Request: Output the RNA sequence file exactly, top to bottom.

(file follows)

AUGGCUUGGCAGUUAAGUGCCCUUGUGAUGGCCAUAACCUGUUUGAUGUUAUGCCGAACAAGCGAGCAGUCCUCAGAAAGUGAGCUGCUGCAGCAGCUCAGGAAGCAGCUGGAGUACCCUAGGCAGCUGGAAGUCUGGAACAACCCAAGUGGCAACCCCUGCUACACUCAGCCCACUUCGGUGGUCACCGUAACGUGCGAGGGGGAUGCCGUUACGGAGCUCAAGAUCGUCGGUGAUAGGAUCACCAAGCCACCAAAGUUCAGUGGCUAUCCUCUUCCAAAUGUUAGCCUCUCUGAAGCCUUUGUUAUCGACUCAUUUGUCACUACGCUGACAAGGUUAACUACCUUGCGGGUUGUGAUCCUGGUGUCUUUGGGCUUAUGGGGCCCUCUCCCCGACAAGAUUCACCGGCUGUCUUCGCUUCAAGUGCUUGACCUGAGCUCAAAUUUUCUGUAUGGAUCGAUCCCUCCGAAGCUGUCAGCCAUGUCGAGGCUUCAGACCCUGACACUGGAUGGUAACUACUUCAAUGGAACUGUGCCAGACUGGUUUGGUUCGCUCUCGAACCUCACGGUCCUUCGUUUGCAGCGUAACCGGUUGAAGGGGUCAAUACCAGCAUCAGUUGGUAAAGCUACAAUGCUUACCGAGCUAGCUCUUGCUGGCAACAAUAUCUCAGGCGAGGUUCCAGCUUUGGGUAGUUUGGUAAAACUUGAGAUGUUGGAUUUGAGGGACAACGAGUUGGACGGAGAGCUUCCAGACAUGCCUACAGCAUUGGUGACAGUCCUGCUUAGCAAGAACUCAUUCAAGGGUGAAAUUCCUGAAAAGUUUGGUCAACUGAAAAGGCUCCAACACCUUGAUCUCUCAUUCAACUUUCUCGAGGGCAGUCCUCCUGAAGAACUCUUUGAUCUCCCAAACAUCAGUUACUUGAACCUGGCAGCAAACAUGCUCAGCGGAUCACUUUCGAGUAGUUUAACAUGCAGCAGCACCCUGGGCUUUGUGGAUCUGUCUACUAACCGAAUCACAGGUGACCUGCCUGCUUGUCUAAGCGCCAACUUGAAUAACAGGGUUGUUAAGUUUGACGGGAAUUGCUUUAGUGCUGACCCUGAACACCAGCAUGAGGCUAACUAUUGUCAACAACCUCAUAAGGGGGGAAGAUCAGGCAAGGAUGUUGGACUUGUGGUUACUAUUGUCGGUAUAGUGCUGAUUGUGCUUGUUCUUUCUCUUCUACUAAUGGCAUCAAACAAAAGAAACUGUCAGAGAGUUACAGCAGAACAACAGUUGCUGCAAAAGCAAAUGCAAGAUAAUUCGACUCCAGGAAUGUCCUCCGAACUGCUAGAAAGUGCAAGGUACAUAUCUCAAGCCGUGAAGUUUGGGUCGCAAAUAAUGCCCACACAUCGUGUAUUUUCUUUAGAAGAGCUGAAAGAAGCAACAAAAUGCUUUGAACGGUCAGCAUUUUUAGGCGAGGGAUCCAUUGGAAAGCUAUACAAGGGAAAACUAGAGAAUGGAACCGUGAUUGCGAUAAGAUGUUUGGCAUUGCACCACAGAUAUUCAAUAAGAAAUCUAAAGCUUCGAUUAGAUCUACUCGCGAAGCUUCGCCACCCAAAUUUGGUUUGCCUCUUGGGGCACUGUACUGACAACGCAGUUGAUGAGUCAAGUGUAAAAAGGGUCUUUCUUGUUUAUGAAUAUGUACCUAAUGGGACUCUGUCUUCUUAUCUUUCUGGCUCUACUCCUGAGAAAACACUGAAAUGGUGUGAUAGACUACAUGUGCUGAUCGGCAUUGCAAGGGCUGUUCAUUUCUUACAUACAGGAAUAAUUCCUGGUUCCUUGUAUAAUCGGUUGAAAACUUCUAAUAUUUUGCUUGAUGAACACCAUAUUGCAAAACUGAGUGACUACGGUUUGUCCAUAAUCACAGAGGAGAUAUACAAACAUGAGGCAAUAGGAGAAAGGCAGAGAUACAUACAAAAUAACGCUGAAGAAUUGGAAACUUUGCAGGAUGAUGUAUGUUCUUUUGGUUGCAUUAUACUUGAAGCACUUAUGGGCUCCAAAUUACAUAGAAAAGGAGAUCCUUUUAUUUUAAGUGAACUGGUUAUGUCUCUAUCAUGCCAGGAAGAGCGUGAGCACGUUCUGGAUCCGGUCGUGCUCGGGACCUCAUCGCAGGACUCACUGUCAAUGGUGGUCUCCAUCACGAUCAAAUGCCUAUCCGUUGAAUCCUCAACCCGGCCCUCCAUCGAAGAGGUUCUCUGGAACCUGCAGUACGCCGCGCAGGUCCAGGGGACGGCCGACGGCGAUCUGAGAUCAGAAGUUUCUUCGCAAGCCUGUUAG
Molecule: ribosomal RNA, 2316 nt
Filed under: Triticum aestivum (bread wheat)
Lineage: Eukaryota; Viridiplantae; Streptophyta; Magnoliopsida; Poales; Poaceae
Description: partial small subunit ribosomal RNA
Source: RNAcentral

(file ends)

AUGGCUUGGCAGUUAAGUGCCCUUGUGAUGGCCAUAACCUGUUUGAUGUUAUGCCGAACAAGCGAGCAGUCCUCAGAAAGUGAGCUGCUGCAGCAGCUCAGGAAGCAGCUGGAGUACCCUAGGCAGCUGGAAGUCUGGAACAACCCAAGUGGCAACCCCUGCUACACUCAGCCCACUUCGGUGGUCACCGUAACGUGCGAGGGGGAUGCCGUUACGGAGCUCAAGAUCGUCGGUGAUAGGAUCACCAAGCCACCAAAGUUCAGUGGCUAUCCUCUUCCAAAUGUUAGCCUCUCUGAAGCCUUUGUUAUCGACUCAUUUGUCACUACGCUGACAAGGUUAACUACCUUGCGGGUUGUGAUCCUGGUGUCUUUGGGCUUAUGGGGCCCUCUCCCCGACAAGAUUCACCGGCUGUCUUCGCUUCAAGUGCUUGACCUGAGCUCAAAUUUUCUGUAUGGAUCGAUCCCUCCGAAGCUGUCAGCCAUGUCGAGGCUUCAGACCCUGACACUGGAUGGUAACUACUUCAAUGGAACUGUGCCAGACUGGUUUGGUUCGCUCUCGAACCUCACGGUCCUUCGUUUGCAGCGUAACCGGUUGAAGGGGUCAAUACCAGCAUCAGUUGGUAAAGCUACAAUGCUUACCGAGCUAGCUCUUGCUGGCAACAAUAUCUCAGGCGAGGUUCCAGCUUUGGGUAGUUUGGUAAAACUUGAGAUGUUGGAUUUGAGGGACAACGAGUUGGACGGAGAGCUUCCAGACAUGCCUACAGCAUUGGUGACAGUCCUGCUUAGCAAGAACUCAUUCAAGGGUGAAAUUCCUGAAAAGUUUGGUCAACUGAAAAGGCUCCAACACCUUGAUCUCUCAUUCAACUUUCUCGAGGGCAGUCCUCCUGAAGAACUCUUUGAUCUCCCAAACAUCAGUUACUUGAACCUGGCAGCAAACAUGCUCAGCGGAUCACUUUCGAGUAGUUUAACAUGCAGCAGCACCCUGGGCUUUGUGGAUCUGUCUACUAACCGAAUCACAGGUGACCUGCCUGCUUGUCUAAGCGCCAACUUGAAUAACAGGGUUGUUAAGUUUGACGGGAAUUGCUUUAGUGCUGACCCUGAACACCAGCAUGAGGCUAACUAUUGUCAACAACCUCAUAAGGGGGGAAGAUCAGGCAAGGAUGUUGGACUUGUGGUUACUAUUGUCGGUAUAGUGCUGAUUGUGCUUGUUCUUUCUCUUCUACUAAUGGCAUCAAACAAAAGAAACUGUCAGAGAGUUACAGCAGAACAACAGUUGCUGCAAAAGCAAAUGCAAGAUAAUUCGACUCCAGGAAUGUCCUCCGAACUGCUAGAAAGUGCAAGGUACAUAUCUCAAGCCGUGAAGUUUGGGUCGCAAAUAAUGCCCACACAUCGUGUAUUUUCUUUAGAAGAGCUGAAAGAAGCAACAAAAUGCUUUGAACGGUCAGCAUUUUUAGGCGAGGGAUCCAUUGGAAAGCUAUACAAGGGAAAACUAGAGAAUGGAACCGUGAUUGCGAUAAGAUGUUUGGCAUUGCACCACAGAUAUUCAAUAAGAAAUCUAAAGCUUCGAUUAGAUCUACUCGCGAAGCUUCGCCACCCAAAUUUGGUUUGCCUCUUGGGGCACUGUACUGACAACGCAGUUGAUGAGUCAAGUGUAAAAAGGGUCUUUCUUGUUUAUGAAUAUGUACCUAAUGGGACUCUGUCUUCUUAUCUUUCUGGCUCUACUCCUGAGAAAACACUGAAAUGGUGUGAUAGACUACAUGUGCUGAUCGGCAUUGCAAGGGCUGUUCAUUUCUUACAUACAGGAAUAAUUCCUGGUUCCUUGUAUAAUCGGUUGAAAACUUCUAAUAUUUUGCUUGAUGAACACCAUAUUGCAAAACUGAGUGACUACGGUUUGUCCAUAAUCACAGAGGAGAUAUACAAACAUGAGGCAAUAGGAGAAAGGCAGAGAUACAUACAAAAUAACGCUGAAGAAUUGGAAACUUUGCAGGAUGAUGUAUGUUCUUUUGGUUGCAUUAUACUUGAAGCACUUAUGGGCUCCAAAUUACAUAGAAAAGGAGAUCCUUUUAUUUUAAGUGAACUGGUUAUGUCUCUAUCAUGCCAGGAAGAGCGUGAGCACGUUCUGGAUCCGGUCGUGCUCGGGACCUCAUCGCAGGACUCACUGUCAAUGGUGGUCUCCAUCACGAUCAAAUGCCUAUCCGUUGAAUCCUCAACCCGGCCCUCCAUCGAAGAGGUUCUCUGGAACCUGCAGUACGCCGCGCAGGUCCAGGGGACGGCCGACGGCGAUCUGAGAUCAGAAGUUUCUUCGCAAGCCUGUUAG
Molecule: ribosomal RNA, 2316 nt
Filed under: Triticum aestivum (bread wheat)
Lineage: Eukaryota; Viridiplantae; Streptophyta; Magnoliopsida; Poales; Poaceae
Description: partial small subunit ribosomal RNA
Source: RNAcentral